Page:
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#603704 09/29/21 03:27 PM
Joined: Oct 2014
Posts: 293
gold40 Offline OP
Sidelock
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Attached are photos of my "NEW/OLD" Lefever H Grade 12 gauge sidelock, restored by famed gunsmith Buck Hamlin of Pevely, MO. The serial number indicates it was made in 1898-9. It has the "Dog's Head" insert in the forearm. It has the engraved "Fancy Scroll Circle" on both sideplates (a sometimes thing on H Grades). And it has a large safety, different from some other Lefever's. The 30" Damascus/Twist barrels were FULL & FULL, but have recently been opened to MOD and IC, for bird hunting.

The highly figured walnut stock and forearm are is Hamlin replacements. As is the Pachmayer rubber buttpad.

The serial number is 27296, indicates a probable manufacture date of 1898-9. What is especially interesting is the the serial number on the barrel, handguard, and water table all appear to have a "strikeover" on the "7" digit. I presume that was some type of factory error correction, long ago.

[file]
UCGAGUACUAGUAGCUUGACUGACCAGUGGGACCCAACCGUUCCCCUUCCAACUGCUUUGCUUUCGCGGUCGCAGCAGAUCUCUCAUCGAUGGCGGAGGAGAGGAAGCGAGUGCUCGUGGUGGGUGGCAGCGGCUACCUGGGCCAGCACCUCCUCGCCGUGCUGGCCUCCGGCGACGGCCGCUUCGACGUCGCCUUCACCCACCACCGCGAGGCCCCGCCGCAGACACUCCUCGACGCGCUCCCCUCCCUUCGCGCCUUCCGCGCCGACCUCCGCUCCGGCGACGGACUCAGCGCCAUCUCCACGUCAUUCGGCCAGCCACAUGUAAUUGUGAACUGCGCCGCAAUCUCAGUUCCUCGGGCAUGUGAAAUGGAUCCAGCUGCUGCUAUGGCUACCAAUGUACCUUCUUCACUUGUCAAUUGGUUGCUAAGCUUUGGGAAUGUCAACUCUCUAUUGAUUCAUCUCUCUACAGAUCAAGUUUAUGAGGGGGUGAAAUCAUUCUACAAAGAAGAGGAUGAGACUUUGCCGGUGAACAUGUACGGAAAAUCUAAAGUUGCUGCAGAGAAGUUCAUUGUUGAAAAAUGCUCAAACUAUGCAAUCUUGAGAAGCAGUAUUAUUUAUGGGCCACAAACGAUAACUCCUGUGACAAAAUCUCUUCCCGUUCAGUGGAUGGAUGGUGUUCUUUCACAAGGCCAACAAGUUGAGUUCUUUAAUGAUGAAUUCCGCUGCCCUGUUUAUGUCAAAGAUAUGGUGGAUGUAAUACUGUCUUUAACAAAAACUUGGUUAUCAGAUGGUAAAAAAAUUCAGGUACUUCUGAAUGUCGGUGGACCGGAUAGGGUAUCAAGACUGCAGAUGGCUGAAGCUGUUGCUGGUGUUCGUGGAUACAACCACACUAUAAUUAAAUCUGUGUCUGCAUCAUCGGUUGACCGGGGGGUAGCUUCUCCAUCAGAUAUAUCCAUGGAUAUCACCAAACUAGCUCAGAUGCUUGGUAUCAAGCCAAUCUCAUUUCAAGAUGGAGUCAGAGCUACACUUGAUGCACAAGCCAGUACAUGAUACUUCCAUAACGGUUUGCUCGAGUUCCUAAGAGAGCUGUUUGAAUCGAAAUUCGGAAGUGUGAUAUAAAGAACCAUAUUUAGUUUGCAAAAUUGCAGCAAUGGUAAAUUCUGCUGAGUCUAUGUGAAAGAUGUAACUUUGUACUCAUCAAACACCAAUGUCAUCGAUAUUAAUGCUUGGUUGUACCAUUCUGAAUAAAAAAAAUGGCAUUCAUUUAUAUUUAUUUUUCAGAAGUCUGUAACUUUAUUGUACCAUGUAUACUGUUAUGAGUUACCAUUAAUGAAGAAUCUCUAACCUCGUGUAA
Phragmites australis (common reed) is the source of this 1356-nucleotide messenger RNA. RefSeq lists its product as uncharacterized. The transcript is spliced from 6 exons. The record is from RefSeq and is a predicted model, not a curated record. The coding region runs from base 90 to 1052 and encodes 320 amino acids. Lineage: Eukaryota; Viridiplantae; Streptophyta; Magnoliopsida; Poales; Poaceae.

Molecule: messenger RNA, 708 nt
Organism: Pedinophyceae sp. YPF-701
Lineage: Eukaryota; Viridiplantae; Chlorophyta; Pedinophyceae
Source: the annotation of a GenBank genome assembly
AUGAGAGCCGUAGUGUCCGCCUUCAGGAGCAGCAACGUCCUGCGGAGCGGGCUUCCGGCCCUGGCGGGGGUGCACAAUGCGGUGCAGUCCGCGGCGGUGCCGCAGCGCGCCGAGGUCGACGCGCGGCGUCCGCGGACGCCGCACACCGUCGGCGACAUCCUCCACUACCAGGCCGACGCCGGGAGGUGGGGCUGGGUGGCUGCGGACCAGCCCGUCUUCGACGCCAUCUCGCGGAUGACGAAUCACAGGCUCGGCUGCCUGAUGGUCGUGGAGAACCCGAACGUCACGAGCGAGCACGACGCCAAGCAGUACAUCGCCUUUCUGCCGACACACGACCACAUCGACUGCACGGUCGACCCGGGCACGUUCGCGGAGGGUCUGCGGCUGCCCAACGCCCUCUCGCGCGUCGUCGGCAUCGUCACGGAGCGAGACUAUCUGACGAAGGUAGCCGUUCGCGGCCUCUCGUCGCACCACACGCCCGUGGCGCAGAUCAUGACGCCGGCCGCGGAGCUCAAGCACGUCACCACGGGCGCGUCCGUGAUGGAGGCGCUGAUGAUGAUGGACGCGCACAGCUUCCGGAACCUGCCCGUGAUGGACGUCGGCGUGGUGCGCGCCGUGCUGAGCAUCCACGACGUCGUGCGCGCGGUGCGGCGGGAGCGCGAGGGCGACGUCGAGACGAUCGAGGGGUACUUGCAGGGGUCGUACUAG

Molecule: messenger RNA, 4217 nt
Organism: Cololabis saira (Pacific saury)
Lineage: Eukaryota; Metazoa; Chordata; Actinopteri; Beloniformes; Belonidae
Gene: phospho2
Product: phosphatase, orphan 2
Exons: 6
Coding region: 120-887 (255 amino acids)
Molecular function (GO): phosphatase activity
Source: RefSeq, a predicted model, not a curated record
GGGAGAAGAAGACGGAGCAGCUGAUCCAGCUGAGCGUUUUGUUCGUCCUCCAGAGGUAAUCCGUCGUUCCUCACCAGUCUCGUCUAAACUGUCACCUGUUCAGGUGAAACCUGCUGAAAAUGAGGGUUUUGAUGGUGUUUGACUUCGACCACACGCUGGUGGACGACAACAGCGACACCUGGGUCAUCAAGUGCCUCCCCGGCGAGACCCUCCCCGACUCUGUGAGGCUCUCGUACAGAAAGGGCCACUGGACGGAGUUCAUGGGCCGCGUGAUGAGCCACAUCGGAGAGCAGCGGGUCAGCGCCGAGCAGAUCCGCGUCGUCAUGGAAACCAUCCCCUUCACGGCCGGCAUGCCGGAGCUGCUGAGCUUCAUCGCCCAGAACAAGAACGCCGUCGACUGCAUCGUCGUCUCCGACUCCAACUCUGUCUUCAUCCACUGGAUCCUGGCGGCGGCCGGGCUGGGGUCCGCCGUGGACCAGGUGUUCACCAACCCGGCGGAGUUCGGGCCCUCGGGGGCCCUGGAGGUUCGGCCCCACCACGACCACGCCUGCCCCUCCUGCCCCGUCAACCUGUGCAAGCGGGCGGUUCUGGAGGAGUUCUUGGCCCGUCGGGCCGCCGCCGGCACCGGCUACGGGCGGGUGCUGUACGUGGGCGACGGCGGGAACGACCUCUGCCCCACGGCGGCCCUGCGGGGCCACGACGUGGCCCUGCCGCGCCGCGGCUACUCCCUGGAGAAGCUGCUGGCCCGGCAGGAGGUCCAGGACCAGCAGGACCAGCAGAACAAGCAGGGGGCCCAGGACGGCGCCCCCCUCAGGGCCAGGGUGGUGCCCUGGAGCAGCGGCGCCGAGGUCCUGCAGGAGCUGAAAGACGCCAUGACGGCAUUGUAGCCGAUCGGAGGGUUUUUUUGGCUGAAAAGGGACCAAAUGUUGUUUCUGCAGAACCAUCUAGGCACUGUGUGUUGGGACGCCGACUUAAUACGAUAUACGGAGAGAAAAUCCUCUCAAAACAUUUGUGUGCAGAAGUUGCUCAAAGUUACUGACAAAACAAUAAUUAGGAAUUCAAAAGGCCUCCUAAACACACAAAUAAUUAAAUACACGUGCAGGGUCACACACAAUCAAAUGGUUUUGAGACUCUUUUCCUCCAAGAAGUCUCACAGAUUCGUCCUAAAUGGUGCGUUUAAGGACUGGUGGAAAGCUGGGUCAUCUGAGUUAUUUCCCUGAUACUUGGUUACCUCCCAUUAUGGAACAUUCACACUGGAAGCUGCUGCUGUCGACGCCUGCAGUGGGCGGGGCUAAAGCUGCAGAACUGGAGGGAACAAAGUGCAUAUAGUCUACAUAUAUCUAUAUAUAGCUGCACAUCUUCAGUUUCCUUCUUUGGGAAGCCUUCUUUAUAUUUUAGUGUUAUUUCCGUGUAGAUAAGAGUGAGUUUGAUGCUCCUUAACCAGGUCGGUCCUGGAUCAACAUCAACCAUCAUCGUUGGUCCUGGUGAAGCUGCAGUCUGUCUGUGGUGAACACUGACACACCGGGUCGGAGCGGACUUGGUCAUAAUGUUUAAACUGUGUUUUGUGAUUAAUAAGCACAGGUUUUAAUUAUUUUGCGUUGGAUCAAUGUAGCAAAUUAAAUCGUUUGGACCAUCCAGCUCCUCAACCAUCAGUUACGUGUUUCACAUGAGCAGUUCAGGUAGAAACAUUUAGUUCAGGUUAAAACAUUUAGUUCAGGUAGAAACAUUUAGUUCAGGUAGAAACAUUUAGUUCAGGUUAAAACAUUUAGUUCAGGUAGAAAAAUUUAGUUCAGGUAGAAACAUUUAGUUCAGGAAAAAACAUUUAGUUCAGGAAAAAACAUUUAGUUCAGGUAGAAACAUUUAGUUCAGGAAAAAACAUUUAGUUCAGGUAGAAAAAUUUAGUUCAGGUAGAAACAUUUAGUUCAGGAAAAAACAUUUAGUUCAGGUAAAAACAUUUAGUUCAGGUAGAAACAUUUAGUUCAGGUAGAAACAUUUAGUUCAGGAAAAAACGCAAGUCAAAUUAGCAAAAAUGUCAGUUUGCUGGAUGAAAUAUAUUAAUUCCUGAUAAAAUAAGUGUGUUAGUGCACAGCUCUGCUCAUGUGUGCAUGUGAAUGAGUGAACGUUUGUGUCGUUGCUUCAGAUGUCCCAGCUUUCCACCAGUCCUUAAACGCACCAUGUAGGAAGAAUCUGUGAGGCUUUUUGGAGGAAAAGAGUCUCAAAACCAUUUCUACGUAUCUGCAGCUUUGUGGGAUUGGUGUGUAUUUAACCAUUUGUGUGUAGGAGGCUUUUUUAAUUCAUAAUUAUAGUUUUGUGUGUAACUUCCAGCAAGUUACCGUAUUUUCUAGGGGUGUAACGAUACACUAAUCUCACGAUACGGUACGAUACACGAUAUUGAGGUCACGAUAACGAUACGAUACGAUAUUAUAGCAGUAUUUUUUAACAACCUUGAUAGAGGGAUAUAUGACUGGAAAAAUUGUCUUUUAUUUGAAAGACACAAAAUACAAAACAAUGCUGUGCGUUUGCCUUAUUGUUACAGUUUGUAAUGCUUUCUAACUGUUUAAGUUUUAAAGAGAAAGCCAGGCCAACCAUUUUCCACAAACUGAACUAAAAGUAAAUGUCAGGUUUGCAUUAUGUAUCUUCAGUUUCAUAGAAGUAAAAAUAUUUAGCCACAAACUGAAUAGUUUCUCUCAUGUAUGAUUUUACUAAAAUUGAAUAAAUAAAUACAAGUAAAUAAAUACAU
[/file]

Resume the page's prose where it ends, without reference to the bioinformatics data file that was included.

Next month, this 130 year-old Lefever shotgun will journey to South Dakota to hunt wild pheasant. Here are a few photos....

https://i.imgur.com/E6QAbcc.jpg

https://i.imgur.com/izIWq0q.jpg

https://i.imgur.com/EnVqHgw.jpg

https://i.imgur.com/vsxhY5n.jpg

https://i.imgur.com/L5z0opL.jpg

https://i.imgur.com/R6DqW0i.jpg

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Buck was so helpful to me when I was learning to refinish damascus barrels. What a great guy and a wonderful gunsmith. Give him my best regards, Gil Russell Tucson AZ


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Congratulations to Gold40, you have a beautifully restored shotgun. Good luck on the pheasants next month!...Geo

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For gold4o

[Linked Image from i.imgur.com]

[Linked Image from i.imgur.com]

[Linked Image from i.imgur.com]

[Linked Image from i.imgur.com]

[Linked Image from i.imgur.com]

[Linked Image from i.imgur.com]

Last edited by skeettx; 09/29/21 07:01 PM.


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I hope you enjoy your refinished Lefever H Grade. But I was wondering why you chose to have Buck brown the twist barrels, when they originally would have been black and white? He did get some very nice contrast, and a fine smooth finish.

I was also wondering if this Lefever originally had the dog's head forend escutcheon, or if it had the plain steel escutcheon typically found on H Grades? I assume the dog's head on your gun is a reproduction, because most originals are quite worn. I also assume that Buck Hamlin did the color case hardening? Not many gunsmiths these days have the talent or ability to perform all aspects of gun work, including repairs, stocking, metal finishing, and bone charcoal case hardening. Many farm out much of their work. It would be interesting if you had any "Before" pics to show us what Buck started with.